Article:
Since column view is just an overlay over a buffer, it cannot be
exported or printed directly. If you want to capture a column view, use
columnview dynamic block (see Dynamic blocks). The frame
of this block looks like this:
* The column view #+BEGIN: columnview :hlines 1 :id "label" #+END:
This dynamic block has the following parameters:
This is the most important parameter. Column view is a feature that is often localized to a certain (sub)tree, and the capture block might be at a different location in the file. To identify the tree whose view to capture, you can use 4 values:
local use the tree in which the capture block is located global make a global view, including all headings in the file "file:path-to-file" run column view at the top of this file "ID" call column view in the tree that has an
:ID:property with the value label. You can use M-x org-id-copy RET to create a globally unique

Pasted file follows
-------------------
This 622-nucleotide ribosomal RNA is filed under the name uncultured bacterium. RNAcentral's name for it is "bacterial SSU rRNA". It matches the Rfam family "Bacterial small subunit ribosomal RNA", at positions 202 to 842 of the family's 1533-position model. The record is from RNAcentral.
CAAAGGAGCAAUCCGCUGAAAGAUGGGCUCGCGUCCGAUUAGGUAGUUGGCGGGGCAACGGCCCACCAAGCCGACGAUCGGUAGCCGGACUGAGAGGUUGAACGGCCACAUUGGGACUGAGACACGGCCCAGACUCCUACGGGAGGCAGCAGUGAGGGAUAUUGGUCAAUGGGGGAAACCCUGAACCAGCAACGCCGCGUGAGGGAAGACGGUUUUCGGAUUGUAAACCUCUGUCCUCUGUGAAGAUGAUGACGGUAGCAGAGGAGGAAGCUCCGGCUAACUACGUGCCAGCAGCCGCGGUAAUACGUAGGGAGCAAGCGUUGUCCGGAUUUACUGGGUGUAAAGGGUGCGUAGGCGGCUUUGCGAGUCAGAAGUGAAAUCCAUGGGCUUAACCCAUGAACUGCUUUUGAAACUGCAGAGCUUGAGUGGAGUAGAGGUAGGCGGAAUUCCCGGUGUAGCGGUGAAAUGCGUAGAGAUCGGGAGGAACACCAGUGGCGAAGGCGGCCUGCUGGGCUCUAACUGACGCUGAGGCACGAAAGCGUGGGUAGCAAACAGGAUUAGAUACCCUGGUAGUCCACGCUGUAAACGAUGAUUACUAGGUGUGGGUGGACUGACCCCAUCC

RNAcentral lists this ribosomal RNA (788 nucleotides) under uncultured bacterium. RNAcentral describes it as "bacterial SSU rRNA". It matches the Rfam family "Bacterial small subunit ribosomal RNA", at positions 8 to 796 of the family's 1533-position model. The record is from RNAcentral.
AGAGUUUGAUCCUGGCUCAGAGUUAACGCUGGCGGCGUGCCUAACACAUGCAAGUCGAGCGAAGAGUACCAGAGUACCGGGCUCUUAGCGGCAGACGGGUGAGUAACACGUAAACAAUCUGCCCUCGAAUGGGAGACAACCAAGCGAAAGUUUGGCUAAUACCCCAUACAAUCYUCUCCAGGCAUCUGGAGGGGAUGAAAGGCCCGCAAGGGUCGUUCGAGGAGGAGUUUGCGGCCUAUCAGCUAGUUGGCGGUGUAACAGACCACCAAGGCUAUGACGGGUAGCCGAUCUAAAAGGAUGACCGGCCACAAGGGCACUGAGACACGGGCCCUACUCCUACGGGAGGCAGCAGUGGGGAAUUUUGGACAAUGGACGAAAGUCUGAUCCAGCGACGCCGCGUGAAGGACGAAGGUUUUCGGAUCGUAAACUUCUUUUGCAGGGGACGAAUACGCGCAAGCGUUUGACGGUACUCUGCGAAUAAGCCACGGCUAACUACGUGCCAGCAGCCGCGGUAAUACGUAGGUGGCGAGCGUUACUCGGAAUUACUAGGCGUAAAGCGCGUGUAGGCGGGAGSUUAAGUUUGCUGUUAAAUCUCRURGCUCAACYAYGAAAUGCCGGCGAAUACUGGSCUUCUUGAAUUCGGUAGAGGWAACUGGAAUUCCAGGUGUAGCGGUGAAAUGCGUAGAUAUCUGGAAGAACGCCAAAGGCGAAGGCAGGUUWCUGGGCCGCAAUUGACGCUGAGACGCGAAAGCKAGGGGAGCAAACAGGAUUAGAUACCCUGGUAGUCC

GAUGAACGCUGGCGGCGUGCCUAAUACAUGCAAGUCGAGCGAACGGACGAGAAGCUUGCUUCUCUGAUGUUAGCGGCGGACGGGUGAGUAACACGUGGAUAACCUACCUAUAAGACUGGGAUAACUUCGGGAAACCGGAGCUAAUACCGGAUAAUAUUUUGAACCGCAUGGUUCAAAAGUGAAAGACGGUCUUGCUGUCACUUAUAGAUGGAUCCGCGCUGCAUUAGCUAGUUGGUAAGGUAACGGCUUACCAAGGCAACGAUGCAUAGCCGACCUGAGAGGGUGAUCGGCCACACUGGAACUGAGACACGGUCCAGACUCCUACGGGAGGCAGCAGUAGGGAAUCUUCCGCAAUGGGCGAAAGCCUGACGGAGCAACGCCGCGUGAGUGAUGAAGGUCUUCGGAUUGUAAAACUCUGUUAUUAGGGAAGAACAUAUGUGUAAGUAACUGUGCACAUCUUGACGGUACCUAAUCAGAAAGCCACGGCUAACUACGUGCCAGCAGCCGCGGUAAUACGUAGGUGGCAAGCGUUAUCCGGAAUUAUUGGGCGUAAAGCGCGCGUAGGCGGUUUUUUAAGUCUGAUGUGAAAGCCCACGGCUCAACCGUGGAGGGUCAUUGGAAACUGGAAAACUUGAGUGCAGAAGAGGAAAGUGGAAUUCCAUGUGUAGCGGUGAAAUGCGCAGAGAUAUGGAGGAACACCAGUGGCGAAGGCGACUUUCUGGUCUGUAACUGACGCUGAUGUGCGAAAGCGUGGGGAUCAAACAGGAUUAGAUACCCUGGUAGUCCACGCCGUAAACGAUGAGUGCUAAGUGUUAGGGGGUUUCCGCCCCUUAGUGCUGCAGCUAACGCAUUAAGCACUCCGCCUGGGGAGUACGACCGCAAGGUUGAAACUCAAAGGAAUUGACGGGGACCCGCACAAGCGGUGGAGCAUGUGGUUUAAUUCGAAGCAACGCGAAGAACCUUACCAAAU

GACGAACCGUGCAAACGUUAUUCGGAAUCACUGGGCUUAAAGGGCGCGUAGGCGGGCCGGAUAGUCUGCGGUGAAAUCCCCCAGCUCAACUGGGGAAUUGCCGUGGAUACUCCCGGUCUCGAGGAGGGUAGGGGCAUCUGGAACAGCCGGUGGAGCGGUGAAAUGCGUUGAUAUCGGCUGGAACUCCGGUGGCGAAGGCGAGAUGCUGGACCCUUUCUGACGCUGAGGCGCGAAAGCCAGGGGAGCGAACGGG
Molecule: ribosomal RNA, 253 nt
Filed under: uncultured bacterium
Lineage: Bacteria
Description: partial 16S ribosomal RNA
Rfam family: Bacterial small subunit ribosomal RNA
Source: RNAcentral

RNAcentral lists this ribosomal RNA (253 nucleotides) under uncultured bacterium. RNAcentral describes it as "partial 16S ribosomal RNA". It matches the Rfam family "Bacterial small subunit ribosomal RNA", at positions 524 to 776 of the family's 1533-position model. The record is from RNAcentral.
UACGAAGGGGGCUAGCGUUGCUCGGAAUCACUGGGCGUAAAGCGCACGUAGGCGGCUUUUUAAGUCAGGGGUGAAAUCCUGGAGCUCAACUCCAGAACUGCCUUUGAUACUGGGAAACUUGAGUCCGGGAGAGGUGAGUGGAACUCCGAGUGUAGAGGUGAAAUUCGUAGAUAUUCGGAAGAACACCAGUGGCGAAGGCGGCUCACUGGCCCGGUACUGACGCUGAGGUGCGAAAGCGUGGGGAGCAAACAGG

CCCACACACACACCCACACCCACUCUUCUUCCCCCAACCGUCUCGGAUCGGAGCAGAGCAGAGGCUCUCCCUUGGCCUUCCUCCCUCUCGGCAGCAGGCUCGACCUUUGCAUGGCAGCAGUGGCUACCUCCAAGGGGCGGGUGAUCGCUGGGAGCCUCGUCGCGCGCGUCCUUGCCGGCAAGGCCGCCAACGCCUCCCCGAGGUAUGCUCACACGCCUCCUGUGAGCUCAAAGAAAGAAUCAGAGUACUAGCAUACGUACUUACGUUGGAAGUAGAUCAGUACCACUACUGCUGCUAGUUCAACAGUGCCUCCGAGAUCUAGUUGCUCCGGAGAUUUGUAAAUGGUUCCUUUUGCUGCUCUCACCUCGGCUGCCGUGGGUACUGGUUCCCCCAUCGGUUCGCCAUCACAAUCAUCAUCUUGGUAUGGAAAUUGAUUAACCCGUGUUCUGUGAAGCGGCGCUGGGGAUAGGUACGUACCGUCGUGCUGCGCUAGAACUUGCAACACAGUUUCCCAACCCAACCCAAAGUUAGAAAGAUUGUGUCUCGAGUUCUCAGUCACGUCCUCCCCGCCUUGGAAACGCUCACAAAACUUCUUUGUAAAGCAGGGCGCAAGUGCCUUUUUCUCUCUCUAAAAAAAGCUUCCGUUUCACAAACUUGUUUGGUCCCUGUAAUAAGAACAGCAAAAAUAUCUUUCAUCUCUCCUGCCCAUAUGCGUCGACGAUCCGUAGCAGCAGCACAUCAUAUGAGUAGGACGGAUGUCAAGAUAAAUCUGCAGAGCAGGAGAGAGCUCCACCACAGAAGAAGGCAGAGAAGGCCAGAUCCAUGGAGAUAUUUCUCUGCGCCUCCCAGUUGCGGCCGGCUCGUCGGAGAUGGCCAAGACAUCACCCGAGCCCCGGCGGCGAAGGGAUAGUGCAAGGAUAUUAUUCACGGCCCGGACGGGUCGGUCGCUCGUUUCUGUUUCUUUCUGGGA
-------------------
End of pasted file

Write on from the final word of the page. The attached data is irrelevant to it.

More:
IDfor the current entry and copy it to the kill-ring.
t, insert an hline after every line. When a number N, insert
an hline before each headline with level
When set to
t, force column groups to get vertical lines.
When set to a number, don’t capture entries below this level.
When set to
t, skip rows where the only non-empty specifier of the
column view is
nil, indent each
ITEM field according to its level.
The following commands insert or update the dynamic block:
Insert a dynamic block capturing a column view. You will be prompted
for the scope or
ID of the view.
Update dynamic block at point.
Update all dynamic blocks (see Dynamic blocks). This is useful if you have several clock table blocks, column-capturing blocks or other dynamic blocks in a buffer.
You can add formulas to the column view table and you may add plotting
instructions in front of the table—these will survive an update of the
block. If there is a
#+TBLFM: after the table, the table will
actually be recalculated automatically after an update.
An alternative way to capture and process property values into a table is provided by Eric Schulte’s org-collector.el which is a contributed package64. It provides a general API to collect properties from entries in a certain scope, and arbitrary Lisp expressions to process these values before inserting them into a table or a dynamic block.
Contributed packages are not part of Emacs, but are distributed with the main distribution of Org (visit https://orgmode.org).